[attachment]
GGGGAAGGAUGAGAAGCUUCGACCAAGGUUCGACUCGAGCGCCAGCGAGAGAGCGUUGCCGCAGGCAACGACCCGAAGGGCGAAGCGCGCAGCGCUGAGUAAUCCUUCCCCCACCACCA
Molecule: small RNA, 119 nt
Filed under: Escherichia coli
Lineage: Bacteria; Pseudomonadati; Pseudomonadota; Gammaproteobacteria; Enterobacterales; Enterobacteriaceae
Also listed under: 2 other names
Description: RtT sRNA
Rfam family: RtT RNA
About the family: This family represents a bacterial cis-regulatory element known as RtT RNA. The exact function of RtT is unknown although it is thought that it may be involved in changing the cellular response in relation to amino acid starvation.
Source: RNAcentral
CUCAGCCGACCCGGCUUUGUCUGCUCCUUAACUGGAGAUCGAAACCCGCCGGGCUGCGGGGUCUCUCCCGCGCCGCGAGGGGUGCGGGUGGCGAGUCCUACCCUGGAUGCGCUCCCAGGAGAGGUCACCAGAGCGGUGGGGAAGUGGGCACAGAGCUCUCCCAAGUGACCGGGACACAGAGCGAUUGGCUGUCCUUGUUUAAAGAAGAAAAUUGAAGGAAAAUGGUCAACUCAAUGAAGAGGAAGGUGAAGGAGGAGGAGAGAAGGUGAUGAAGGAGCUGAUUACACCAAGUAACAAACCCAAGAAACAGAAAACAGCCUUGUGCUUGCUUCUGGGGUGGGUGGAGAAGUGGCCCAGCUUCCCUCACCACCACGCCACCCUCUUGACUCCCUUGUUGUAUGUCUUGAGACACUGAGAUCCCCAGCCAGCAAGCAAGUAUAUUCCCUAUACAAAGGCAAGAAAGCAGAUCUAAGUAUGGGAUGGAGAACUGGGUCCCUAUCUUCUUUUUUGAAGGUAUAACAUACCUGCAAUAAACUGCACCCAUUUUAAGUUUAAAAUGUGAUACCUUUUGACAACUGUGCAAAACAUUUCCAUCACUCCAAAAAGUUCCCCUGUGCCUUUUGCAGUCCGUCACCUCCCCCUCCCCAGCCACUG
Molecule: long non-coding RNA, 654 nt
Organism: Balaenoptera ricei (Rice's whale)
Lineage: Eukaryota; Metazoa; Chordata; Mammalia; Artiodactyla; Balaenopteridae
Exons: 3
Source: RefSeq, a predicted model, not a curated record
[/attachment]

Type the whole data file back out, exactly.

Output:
GGGGAAGGAUGAGAAGCUUCGACCAAGGUUCGACUCGAGCGCCAGCGAGAGAGCGUUGCCGCAGGCAACGACCCGAAGGGCGAAGCGCGCAGCGCUGAGUAAUCCUUCCCCCACCACCA
Molecule: small RNA, 119 nt
Filed under: Escherichia coli
Lineage: Bacteria; Pseudomonadati; Pseudomonadota; Gammaproteobacteria; Enterobacterales; Enterobacteriaceae
Also listed under: 2 other names
Description: RtT sRNA
Rfam family: RtT RNA
About the family: This family represents a bacterial cis-regulatory element known as RtT RNA. The exact function of RtT is unknown although it is thought that it may be involved in changing the cellular response in relation to amino acid starvation.
Source: RNAcentral
CUCAGCCGACCCGGCUUUGUCUGCUCCUUAACUGGAGAUCGAAACCCGCCGGGCUGCGGGGUCUCUCCCGCGCCGCGAGGGGUGCGGGUGGCGAGUCCUACCCUGGAUGCGCUCCCAGGAGAGGUCACCAGAGCGGUGGGGAAGUGGGCACAGAGCUCUCCCAAGUGACCGGGACACAGAGCGAUUGGCUGUCCUUGUUUAAAGAAGAAAAUUGAAGGAAAAUGGUCAACUCAAUGAAGAGGAAGGUGAAGGAGGAGGAGAGAAGGUGAUGAAGGAGCUGAUUACACCAAGUAACAAACCCAAGAAACAGAAAACAGCCUUGUGCUUGCUUCUGGGGUGGGUGGAGAAGUGGCCCAGCUUCCCUCACCACCACGCCACCCUCUUGACUCCCUUGUUGUAUGUCUUGAGACACUGAGAUCCCCAGCCAGCAAGCAAGUAUAUUCCCUAUACAAAGGCAAGAAAGCAGAUCUAAGUAUGGGAUGGAGAACUGGGUCCCUAUCUUCUUUUUUGAAGGUAUAACAUACCUGCAAUAAACUGCACCCAUUUUAAGUUUAAAAUGUGAUACCUUUUGACAACUGUGCAAAACAUUUCCAUCACUCCAAAAAGUUCCCCUGUGCCUUUUGCAGUCCGUCACCUCCCCCUCCCCAGCCACUG
Molecule: long non-coding RNA, 654 nt
Organism: Balaenoptera ricei (Rice's whale)
Lineage: Eukaryota; Metazoa; Chordata; Mammalia; Artiodactyla; Balaenopteridae
Exons: 3
Source: RefSeq, a predicted model, not a curated record